In an opinion piece published by the Financial Times on its website, Obama also underlined the urgency with which he felt Europe must create a credible firewall to bring its debt crisis under control.
The crisis in Europe must be resolved as quickly as possible. This week, our European allies made important progress on a strategy to restore confidence in European financial markets, laying a critical foundation on which to build, he said.
Washington fears the crisis could imperil the fragile US recovery, and Obama has said that he hoped for concrete progress on tackling the common currency blocs problems by the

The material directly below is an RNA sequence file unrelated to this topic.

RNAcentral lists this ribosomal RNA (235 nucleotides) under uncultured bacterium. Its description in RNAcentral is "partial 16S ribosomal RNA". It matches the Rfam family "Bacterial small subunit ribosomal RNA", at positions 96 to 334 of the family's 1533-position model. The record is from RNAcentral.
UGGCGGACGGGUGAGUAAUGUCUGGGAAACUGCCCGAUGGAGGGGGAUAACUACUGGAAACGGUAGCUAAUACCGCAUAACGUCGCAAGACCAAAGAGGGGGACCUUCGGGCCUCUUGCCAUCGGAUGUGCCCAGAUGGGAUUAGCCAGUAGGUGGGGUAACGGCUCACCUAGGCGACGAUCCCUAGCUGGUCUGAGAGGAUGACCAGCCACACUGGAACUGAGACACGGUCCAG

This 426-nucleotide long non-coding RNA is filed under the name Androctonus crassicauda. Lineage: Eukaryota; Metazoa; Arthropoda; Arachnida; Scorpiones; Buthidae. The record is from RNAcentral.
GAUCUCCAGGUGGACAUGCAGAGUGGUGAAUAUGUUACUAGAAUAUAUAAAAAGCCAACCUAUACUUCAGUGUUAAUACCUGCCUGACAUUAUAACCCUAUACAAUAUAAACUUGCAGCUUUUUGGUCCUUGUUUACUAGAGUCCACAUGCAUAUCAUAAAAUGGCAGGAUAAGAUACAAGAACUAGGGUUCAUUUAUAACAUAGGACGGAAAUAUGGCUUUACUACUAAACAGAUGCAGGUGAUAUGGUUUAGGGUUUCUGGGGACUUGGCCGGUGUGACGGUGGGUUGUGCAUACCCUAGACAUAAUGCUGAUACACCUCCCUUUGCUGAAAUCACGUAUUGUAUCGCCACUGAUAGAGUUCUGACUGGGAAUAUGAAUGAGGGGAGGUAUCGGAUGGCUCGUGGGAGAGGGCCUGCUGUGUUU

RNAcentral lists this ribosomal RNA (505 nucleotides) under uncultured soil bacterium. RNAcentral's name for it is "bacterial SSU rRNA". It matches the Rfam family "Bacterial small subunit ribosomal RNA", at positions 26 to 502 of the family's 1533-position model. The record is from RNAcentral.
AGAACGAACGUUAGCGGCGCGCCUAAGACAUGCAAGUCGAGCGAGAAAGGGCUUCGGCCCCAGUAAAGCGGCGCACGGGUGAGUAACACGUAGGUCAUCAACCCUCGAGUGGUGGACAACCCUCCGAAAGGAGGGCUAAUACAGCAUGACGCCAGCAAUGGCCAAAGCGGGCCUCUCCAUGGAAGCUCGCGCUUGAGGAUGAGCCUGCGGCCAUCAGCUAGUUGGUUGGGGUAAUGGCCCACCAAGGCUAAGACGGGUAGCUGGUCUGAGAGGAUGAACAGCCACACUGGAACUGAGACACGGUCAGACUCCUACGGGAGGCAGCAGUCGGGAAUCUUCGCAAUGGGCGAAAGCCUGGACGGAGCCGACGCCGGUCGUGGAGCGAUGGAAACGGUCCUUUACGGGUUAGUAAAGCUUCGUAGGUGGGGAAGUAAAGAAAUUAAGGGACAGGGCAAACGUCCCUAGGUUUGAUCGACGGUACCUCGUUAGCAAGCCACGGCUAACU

time G20 leaders meet in Cannes next week.
Analysts were quick to warn that the details of the rescue could still take weeks or even months to work out, and Obama underlined that the outcome mattered for everyone.
If Europe is weak, if Europe is not growing, as our largest trading partner, thats going to have an impact on our businesses and our ability to create jobs here in the US, Obama said.
Weve seen the message that they are going to deal with this in a serious way has calmed markets all around the world, Obama said. The key now is to make sure it is implemented fully and decisively and I have great confidence in the European leadership to make that happen.
Obama reinforced that message in his opinion piece, noting that it was important for all of us that the Europeans solve their problems, including building a credible firewall that prevents the crisis from spreading, strengthening European banks, charting a sustainable path for Greece and tackling the structural issues at the heart of the current crisis.